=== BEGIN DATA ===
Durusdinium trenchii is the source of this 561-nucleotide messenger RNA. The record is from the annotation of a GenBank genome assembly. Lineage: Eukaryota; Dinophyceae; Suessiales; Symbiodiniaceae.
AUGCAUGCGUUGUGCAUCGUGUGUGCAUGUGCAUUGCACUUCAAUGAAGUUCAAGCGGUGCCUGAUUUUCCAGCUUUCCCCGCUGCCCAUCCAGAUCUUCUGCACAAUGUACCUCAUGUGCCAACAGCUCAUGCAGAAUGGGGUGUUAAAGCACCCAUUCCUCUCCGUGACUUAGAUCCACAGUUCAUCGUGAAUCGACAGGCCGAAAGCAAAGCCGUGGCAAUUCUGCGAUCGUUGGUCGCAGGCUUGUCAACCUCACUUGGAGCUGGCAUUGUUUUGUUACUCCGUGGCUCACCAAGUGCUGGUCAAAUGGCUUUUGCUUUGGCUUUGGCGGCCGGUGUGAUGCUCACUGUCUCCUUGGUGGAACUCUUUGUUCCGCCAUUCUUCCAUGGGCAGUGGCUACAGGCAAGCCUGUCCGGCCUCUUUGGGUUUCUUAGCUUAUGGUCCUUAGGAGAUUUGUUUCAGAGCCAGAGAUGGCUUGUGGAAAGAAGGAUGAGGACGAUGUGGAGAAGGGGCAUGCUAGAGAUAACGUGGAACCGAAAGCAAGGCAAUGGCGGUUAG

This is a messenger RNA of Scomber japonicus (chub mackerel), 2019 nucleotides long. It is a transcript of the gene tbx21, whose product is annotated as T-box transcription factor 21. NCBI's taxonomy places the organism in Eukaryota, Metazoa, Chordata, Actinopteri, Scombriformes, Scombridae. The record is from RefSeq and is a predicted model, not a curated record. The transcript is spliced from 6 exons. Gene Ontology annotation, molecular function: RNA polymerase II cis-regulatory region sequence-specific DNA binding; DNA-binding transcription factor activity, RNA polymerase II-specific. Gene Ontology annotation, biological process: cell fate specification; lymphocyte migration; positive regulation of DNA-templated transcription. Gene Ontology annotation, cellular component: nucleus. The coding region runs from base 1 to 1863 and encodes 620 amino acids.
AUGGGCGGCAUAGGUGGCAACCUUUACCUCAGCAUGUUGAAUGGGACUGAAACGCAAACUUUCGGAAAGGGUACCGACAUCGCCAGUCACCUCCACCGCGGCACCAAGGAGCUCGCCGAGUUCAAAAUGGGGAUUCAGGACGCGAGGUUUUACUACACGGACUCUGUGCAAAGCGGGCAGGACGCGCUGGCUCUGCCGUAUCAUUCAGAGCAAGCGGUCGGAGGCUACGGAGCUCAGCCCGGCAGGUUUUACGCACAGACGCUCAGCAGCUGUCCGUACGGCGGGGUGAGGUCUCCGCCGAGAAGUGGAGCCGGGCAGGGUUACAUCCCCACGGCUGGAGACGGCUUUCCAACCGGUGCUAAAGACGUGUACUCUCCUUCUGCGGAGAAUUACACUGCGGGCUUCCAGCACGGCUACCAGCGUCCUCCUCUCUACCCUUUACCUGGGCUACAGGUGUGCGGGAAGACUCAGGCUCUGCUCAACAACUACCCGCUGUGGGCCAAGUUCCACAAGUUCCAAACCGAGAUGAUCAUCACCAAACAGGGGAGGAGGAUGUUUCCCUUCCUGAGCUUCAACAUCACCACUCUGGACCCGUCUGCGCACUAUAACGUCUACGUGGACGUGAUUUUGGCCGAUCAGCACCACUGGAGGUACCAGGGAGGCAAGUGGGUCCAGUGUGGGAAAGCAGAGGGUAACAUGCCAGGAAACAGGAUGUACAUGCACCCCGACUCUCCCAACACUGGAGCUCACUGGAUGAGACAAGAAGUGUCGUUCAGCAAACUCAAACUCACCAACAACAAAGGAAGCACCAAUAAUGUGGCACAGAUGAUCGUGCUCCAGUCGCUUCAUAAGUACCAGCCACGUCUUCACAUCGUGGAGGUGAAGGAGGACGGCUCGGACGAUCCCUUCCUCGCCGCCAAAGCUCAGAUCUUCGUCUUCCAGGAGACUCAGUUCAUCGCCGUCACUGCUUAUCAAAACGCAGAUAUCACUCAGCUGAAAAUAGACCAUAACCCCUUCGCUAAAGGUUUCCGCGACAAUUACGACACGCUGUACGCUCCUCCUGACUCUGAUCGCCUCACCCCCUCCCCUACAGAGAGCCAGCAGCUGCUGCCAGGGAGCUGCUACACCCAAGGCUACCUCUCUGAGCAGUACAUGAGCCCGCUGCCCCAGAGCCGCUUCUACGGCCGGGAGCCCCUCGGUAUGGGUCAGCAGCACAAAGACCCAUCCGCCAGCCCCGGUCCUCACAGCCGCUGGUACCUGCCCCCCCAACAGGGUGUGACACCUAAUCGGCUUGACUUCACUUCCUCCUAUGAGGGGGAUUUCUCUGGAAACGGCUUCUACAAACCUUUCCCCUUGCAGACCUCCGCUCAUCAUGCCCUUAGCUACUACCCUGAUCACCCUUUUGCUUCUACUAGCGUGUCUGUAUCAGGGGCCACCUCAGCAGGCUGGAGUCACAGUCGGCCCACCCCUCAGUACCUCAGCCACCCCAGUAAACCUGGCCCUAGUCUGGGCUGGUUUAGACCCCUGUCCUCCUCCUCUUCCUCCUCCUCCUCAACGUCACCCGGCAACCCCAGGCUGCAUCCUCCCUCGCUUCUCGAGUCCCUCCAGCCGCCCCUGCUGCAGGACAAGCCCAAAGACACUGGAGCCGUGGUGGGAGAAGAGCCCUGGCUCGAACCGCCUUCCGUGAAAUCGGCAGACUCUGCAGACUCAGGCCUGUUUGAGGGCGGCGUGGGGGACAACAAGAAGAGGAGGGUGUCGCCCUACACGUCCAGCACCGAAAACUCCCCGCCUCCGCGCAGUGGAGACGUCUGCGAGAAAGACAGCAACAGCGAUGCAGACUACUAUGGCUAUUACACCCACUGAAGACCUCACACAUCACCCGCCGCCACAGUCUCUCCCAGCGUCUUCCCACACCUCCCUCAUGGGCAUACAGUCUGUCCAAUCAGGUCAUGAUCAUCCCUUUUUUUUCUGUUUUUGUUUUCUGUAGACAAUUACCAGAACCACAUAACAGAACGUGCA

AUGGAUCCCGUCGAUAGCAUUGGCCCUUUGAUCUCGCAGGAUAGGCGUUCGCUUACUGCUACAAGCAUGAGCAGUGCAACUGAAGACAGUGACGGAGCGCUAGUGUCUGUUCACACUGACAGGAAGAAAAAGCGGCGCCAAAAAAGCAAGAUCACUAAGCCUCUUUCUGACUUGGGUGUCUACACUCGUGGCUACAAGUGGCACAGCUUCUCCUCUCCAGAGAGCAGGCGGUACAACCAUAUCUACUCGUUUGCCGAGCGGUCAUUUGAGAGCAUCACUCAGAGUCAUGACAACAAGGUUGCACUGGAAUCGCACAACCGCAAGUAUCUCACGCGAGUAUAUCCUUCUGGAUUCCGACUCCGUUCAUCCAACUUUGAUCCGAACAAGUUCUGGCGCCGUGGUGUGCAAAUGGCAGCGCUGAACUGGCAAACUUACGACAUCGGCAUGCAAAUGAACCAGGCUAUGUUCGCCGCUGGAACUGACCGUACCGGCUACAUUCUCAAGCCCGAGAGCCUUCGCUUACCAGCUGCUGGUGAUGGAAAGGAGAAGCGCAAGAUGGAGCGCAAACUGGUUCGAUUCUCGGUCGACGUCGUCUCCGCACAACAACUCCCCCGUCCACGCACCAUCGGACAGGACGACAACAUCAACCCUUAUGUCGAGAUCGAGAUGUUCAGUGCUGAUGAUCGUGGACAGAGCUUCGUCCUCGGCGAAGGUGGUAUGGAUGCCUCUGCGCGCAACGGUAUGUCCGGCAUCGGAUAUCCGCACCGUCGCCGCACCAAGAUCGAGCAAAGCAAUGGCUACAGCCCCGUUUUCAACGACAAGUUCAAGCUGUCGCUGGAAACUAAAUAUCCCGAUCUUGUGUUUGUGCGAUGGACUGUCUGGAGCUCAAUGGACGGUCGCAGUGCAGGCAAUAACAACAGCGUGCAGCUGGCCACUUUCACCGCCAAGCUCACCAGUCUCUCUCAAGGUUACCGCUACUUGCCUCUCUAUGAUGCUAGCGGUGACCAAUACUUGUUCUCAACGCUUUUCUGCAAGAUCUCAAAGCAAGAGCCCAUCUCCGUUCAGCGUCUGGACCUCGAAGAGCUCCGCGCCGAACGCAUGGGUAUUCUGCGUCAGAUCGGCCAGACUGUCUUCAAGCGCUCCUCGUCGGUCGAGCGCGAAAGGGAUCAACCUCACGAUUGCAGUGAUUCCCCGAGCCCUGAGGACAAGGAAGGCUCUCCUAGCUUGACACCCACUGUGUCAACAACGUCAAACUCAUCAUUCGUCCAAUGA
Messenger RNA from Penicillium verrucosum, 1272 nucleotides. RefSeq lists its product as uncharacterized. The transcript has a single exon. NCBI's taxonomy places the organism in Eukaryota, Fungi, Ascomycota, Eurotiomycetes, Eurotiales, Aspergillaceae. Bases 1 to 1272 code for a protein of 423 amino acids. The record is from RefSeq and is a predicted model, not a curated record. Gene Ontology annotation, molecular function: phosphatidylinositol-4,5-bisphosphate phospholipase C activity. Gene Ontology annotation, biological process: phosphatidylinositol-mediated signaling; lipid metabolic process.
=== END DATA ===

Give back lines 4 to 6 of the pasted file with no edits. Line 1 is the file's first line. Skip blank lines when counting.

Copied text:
AUGGGCGGCAUAGGUGGCAACCUUUACCUCAGCAUGUUGAAUGGGACUGAAACGCAAACUUUCGGAAAGGGUACCGACAUCGCCAGUCACCUCCACCGCGGCACCAAGGAGCUCGCCGAGUUCAAAAUGGGGAUUCAGGACGCGAGGUUUUACUACACGGACUCUGUGCAAAGCGGGCAGGACGCGCUGGCUCUGCCGUAUCAUUCAGAGCAAGCGGUCGGAGGCUACGGAGCUCAGCCCGGCAGGUUUUACGCACAGACGCUCAGCAGCUGUCCGUACGGCGGGGUGAGGUCUCCGCCGAGAAGUGGAGCCGGGCAGGGUUACAUCCCCACGGCUGGAGACGGCUUUCCAACCGGUGCUAAAGACGUGUACUCUCCUUCUGCGGAGAAUUACACUGCGGGCUUCCAGCACGGCUACCAGCGUCCUCCUCUCUACCCUUUACCUGGGCUACAGGUGUGCGGGAAGACUCAGGCUCUGCUCAACAACUACCCGCUGUGGGCCAAGUUCCACAAGUUCCAAACCGAGAUGAUCAUCACCAAACAGGGGAGGAGGAUGUUUCCCUUCCUGAGCUUCAACAUCACCACUCUGGACCCGUCUGCGCACUAUAACGUCUACGUGGACGUGAUUUUGGCCGAUCAGCACCACUGGAGGUACCAGGGAGGCAAGUGGGUCCAGUGUGGGAAAGCAGAGGGUAACAUGCCAGGAAACAGGAUGUACAUGCACCCCGACUCUCCCAACACUGGAGCUCACUGGAUGAGACAAGAAGUGUCGUUCAGCAAACUCAAACUCACCAACAACAAAGGAAGCACCAAUAAUGUGGCACAGAUGAUCGUGCUCCAGUCGCUUCAUAAGUACCAGCCACGUCUUCACAUCGUGGAGGUGAAGGAGGACGGCUCGGACGAUCCCUUCCUCGCCGCCAAAGCUCAGAUCUUCGUCUUCCAGGAGACUCAGUUCAUCGCCGUCACUGCUUAUCAAAACGCAGAUAUCACUCAGCUGAAAAUAGACCAUAACCCCUUCGCUAAAGGUUUCCGCGACAAUUACGACACGCUGUACGCUCCUCCUGACUCUGAUCGCCUCACCCCCUCCCCUACAGAGAGCCAGCAGCUGCUGCCAGGGAGCUGCUACACCCAAGGCUACCUCUCUGAGCAGUACAUGAGCCCGCUGCCCCAGAGCCGCUUCUACGGCCGGGAGCCCCUCGGUAUGGGUCAGCAGCACAAAGACCCAUCCGCCAGCCCCGGUCCUCACAGCCGCUGGUACCUGCCCCCCCAACAGGGUGUGACACCUAAUCGGCUUGACUUCACUUCCUCCUAUGAGGGGGAUUUCUCUGGAAACGGCUUCUACAAACCUUUCCCCUUGCAGACCUCCGCUCAUCAUGCCCUUAGCUACUACCCUGAUCACCCUUUUGCUUCUACUAGCGUGUCUGUAUCAGGGGCCACCUCAGCAGGCUGGAGUCACAGUCGGCCCACCCCUCAGUACCUCAGCCACCCCAGUAAACCUGGCCCUAGUCUGGGCUGGUUUAGACCCCUGUCCUCCUCCUCUUCCUCCUCCUCCUCAACGUCACCCGGCAACCCCAGGCUGCAUCCUCCCUCGCUUCUCGAGUCCCUCCAGCCGCCCCUGCUGCAGGACAAGCCCAAAGACACUGGAGCCGUGGUGGGAGAAGAGCCCUGGCUCGAACCGCCUUCCGUGAAAUCGGCAGACUCUGCAGACUCAGGCCUGUUUGAGGGCGGCGUGGGGGACAACAAGAAGAGGAGGGUGUCGCCCUACACGUCCAGCACCGAAAACUCCCCGCCUCCGCGCAGUGGAGACGUCUGCGAGAAAGACAGCAACAGCGAUGCAGACUACUAUGGCUAUUACACCCACUGAAGACCUCACACAUCACCCGCCGCCACAGUCUCUCCCAGCGUCUUCCCACACCUCCCUCAUGGGCAUACAGUCUGUCCAAUCAGGUCAUGAUCAUCCCUUUUUUUUCUGUUUUUGUUUUCUGUAGACAAUUACCAGAACCACAUAACAGAACGUGCA

AUGGAUCCCGUCGAUAGCAUUGGCCCUUUGAUCUCGCAGGAUAGGCGUUCGCUUACUGCUACAAGCAUGAGCAGUGCAACUGAAGACAGUGACGGAGCGCUAGUGUCUGUUCACACUGACAGGAAGAAAAAGCGGCGCCAAAAAAGCAAGAUCACUAAGCCUCUUUCUGACUUGGGUGUCUACACUCGUGGCUACAAGUGGCACAGCUUCUCCUCUCCAGAGAGCAGGCGGUACAACCAUAUCUACUCGUUUGCCGAGCGGUCAUUUGAGAGCAUCACUCAGAGUCAUGACAACAAGGUUGCACUGGAAUCGCACAACCGCAAGUAUCUCACGCGAGUAUAUCCUUCUGGAUUCCGACUCCGUUCAUCCAACUUUGAUCCGAACAAGUUCUGGCGCCGUGGUGUGCAAAUGGCAGCGCUGAACUGGCAAACUUACGACAUCGGCAUGCAAAUGAACCAGGCUAUGUUCGCCGCUGGAACUGACCGUACCGGCUACAUUCUCAAGCCCGAGAGCCUUCGCUUACCAGCUGCUGGUGAUGGAAAGGAGAAGCGCAAGAUGGAGCGCAAACUGGUUCGAUUCUCGGUCGACGUCGUCUCCGCACAACAACUCCCCCGUCCACGCACCAUCGGACAGGACGACAACAUCAACCCUUAUGUCGAGAUCGAGAUGUUCAGUGCUGAUGAUCGUGGACAGAGCUUCGUCCUCGGCGAAGGUGGUAUGGAUGCCUCUGCGCGCAACGGUAUGUCCGGCAUCGGAUAUCCGCACCGUCGCCGCACCAAGAUCGAGCAAAGCAAUGGCUACAGCCCCGUUUUCAACGACAAGUUCAAGCUGUCGCUGGAAACUAAAUAUCCCGAUCUUGUGUUUGUGCGAUGGACUGUCUGGAGCUCAAUGGACGGUCGCAGUGCAGGCAAUAACAACAGCGUGCAGCUGGCCACUUUCACCGCCAAGCUCACCAGUCUCUCUCAAGGUUACCGCUACUUGCCUCUCUAUGAUGCUAGCGGUGACCAAUACUUGUUCUCAACGCUUUUCUGCAAGAUCUCAAAGCAAGAGCCCAUCUCCGUUCAGCGUCUGGACCUCGAAGAGCUCCGCGCCGAACGCAUGGGUAUUCUGCGUCAGAUCGGCCAGACUGUCUUCAAGCGCUCCUCGUCGGUCGAGCGCGAAAGGGAUCAACCUCACGAUUGCAGUGAUUCCCCGAGCCCUGAGGACAAGGAAGGCUCUCCUAGCUUGACACCCACUGUGUCAACAACGUCAAACUCAUCAUUCGUCCAAUGA
Messenger RNA from Penicillium verrucosum, 1272 nucleotides. RefSeq lists its product as uncharacterized. The transcript has a single exon. NCBI's taxonomy places the organism in Eukaryota, Fungi, Ascomycota, Eurotiomycetes, Eurotiales, Aspergillaceae. Bases 1 to 1272 code for a protein of 423 amino acids. The record is from RefSeq and is a predicted model, not a curated record. Gene Ontology annotation, molecular function: phosphatidylinositol-4,5-bisphosphate phospholipase C activity. Gene Ontology annotation, biological process: phosphatidylinositol-mediated signaling; lipid metabolic process.